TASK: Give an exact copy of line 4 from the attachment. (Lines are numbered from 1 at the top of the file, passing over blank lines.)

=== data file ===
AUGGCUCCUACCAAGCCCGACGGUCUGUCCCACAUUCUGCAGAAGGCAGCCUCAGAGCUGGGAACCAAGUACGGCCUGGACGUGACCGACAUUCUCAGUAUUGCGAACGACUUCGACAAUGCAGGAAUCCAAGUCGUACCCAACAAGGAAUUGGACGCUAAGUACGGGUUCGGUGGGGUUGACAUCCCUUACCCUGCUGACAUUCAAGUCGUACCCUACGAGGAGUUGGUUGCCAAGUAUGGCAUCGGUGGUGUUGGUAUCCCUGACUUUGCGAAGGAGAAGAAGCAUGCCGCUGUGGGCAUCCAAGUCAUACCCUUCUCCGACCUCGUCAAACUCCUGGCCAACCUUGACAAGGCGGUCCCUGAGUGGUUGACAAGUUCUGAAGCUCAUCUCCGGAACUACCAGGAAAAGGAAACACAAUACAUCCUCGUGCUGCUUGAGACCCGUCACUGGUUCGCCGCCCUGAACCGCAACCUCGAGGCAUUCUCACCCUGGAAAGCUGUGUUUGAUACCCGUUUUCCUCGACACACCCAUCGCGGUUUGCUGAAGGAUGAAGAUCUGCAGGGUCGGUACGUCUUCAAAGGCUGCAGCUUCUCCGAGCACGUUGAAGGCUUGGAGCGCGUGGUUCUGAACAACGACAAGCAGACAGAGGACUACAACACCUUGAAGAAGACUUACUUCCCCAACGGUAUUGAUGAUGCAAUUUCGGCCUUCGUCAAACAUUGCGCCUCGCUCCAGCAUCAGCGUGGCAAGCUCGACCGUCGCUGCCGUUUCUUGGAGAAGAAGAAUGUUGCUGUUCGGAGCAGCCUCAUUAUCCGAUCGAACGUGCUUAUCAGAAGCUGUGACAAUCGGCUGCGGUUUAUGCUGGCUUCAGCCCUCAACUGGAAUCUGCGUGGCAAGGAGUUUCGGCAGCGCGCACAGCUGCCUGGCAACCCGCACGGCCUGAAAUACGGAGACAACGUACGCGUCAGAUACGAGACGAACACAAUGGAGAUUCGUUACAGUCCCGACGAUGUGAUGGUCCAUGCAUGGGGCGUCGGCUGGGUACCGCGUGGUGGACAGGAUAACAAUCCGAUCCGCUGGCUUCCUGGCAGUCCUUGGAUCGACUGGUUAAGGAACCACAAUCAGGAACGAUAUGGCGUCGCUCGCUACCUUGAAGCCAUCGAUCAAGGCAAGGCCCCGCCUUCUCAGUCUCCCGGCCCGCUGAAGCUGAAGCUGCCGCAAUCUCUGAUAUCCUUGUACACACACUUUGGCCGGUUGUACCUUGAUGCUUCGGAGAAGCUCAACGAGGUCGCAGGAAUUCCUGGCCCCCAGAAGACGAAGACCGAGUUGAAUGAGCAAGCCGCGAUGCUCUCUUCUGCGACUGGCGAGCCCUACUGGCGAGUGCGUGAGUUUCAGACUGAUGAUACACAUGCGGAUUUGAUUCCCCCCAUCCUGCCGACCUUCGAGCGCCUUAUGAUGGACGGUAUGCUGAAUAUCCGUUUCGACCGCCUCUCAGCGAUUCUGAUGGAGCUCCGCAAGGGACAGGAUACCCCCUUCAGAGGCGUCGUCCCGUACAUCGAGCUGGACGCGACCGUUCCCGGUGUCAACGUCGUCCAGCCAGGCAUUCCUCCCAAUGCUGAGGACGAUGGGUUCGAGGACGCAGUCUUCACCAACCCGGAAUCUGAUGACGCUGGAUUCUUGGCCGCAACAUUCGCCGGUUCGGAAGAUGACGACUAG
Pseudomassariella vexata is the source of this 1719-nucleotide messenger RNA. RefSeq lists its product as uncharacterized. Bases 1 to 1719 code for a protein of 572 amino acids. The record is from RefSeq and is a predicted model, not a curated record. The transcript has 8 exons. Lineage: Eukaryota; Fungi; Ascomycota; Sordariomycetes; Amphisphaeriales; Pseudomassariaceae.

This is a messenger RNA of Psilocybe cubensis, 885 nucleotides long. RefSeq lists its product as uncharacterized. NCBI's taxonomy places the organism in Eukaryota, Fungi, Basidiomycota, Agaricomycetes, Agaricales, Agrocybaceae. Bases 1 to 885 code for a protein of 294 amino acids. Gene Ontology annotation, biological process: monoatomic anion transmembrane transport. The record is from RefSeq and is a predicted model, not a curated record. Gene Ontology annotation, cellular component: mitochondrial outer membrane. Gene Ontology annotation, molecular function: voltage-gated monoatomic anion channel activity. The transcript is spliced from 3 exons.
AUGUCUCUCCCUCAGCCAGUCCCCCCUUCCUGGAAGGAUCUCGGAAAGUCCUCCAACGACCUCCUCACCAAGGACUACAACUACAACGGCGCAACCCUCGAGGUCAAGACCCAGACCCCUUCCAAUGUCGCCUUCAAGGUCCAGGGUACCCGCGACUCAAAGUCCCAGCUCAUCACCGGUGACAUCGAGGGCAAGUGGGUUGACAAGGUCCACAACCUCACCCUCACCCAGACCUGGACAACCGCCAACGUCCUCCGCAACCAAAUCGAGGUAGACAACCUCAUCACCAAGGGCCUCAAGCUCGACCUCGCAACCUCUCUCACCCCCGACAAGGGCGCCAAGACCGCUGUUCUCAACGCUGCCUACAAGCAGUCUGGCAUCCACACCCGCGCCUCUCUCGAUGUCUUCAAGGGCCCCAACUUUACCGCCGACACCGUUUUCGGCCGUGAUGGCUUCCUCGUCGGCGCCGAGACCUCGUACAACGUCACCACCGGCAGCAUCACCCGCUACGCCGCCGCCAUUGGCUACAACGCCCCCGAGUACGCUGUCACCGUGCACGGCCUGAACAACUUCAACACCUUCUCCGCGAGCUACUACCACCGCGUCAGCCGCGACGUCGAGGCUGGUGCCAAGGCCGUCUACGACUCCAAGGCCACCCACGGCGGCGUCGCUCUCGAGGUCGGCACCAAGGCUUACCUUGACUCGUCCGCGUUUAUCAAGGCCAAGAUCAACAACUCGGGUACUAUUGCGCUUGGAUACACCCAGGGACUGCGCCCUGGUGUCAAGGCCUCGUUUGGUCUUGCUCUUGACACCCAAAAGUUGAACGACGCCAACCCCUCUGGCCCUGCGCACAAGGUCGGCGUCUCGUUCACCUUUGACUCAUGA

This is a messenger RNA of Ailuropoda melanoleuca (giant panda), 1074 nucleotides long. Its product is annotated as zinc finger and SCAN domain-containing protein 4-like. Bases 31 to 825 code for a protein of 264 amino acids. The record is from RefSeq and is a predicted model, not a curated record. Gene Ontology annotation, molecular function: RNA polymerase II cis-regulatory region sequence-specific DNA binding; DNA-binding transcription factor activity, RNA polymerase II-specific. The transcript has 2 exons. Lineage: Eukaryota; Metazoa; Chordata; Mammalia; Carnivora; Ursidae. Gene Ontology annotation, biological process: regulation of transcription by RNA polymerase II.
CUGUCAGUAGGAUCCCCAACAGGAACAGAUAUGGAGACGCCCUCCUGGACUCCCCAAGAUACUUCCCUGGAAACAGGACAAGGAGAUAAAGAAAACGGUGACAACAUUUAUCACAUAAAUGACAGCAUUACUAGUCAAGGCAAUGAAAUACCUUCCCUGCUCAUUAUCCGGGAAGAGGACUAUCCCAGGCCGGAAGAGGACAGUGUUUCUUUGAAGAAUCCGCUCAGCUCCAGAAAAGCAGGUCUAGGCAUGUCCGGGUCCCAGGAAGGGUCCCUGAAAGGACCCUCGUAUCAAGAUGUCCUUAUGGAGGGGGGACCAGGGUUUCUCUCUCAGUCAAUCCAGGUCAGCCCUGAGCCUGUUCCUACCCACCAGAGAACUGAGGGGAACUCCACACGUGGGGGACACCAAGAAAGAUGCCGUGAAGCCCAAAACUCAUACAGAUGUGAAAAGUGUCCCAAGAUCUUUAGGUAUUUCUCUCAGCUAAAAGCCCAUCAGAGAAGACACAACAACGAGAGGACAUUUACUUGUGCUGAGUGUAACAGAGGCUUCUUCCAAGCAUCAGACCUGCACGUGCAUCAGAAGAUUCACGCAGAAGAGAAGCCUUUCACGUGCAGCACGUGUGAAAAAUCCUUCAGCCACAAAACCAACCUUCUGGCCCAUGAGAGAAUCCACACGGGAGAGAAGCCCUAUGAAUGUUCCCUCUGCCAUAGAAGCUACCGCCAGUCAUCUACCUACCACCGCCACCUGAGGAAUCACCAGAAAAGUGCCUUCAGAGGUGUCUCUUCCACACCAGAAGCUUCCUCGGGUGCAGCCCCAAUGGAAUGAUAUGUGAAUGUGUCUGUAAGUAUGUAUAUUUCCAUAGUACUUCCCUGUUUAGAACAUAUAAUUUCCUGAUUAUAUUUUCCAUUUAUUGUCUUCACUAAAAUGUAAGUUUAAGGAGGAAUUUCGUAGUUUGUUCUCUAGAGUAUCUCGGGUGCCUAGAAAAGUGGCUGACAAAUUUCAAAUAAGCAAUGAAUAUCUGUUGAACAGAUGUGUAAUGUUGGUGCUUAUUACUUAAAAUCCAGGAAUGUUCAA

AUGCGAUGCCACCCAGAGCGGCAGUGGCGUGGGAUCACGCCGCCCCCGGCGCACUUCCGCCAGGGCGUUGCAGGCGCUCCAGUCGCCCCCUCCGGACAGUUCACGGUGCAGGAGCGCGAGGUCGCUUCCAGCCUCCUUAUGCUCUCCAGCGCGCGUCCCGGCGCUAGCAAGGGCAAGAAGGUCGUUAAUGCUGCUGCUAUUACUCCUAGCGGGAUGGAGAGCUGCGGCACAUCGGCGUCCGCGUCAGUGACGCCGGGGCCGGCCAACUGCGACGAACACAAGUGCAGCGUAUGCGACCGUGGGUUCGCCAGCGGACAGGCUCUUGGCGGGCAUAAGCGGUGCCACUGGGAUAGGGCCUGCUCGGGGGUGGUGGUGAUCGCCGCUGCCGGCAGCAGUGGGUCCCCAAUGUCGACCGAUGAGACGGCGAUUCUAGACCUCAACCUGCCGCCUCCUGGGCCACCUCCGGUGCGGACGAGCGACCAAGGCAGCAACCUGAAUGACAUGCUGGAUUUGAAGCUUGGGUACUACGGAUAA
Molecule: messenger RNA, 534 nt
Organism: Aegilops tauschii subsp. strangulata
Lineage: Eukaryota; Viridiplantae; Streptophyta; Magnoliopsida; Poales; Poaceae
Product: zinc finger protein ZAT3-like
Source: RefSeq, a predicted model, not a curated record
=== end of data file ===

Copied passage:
AUGUCUCUCCCUCAGCCAGUCCCCCCUUCCUGGAAGGAUCUCGGAAAGUCCUCCAACGACCUCCUCACCAAGGACUACAACUACAACGGCGCAACCCUCGAGGUCAAGACCCAGACCCCUUCCAAUGUCGCCUUCAAGGUCCAGGGUACCCGCGACUCAAAGUCCCAGCUCAUCACCGGUGACAUCGAGGGCAAGUGGGUUGACAAGGUCCACAACCUCACCCUCACCCAGACCUGGACAACCGCCAACGUCCUCCGCAACCAAAUCGAGGUAGACAACCUCAUCACCAAGGGCCUCAAGCUCGACCUCGCAACCUCUCUCACCCCCGACAAGGGCGCCAAGACCGCUGUUCUCAACGCUGCCUACAAGCAGUCUGGCAUCCACACCCGCGCCUCUCUCGAUGUCUUCAAGGGCCCCAACUUUACCGCCGACACCGUUUUCGGCCGUGAUGGCUUCCUCGUCGGCGCCGAGACCUCGUACAACGUCACCACCGGCAGCAUCACCCGCUACGCCGCCGCCAUUGGCUACAACGCCCCCGAGUACGCUGUCACCGUGCACGGCCUGAACAACUUCAACACCUUCUCCGCGAGCUACUACCACCGCGUCAGCCGCGACGUCGAGGCUGGUGCCAAGGCCGUCUACGACUCCAAGGCCACCCACGGCGGCGUCGCUCUCGAGGUCGGCACCAAGGCUUACCUUGACUCGUCCGCGUUUAUCAAGGCCAAGAUCAACAACUCGGGUACUAUUGCGCUUGGAUACACCCAGGGACUGCGCCCUGGUGUCAAGGCCUCGUUUGGUCUUGCUCUUGACACCCAAAAGUUGAACGACGCCAACCCCUCUGGCCCUGCGCACAAGGUCGGCGUCUCGUUCACCUUUGACUCAUGA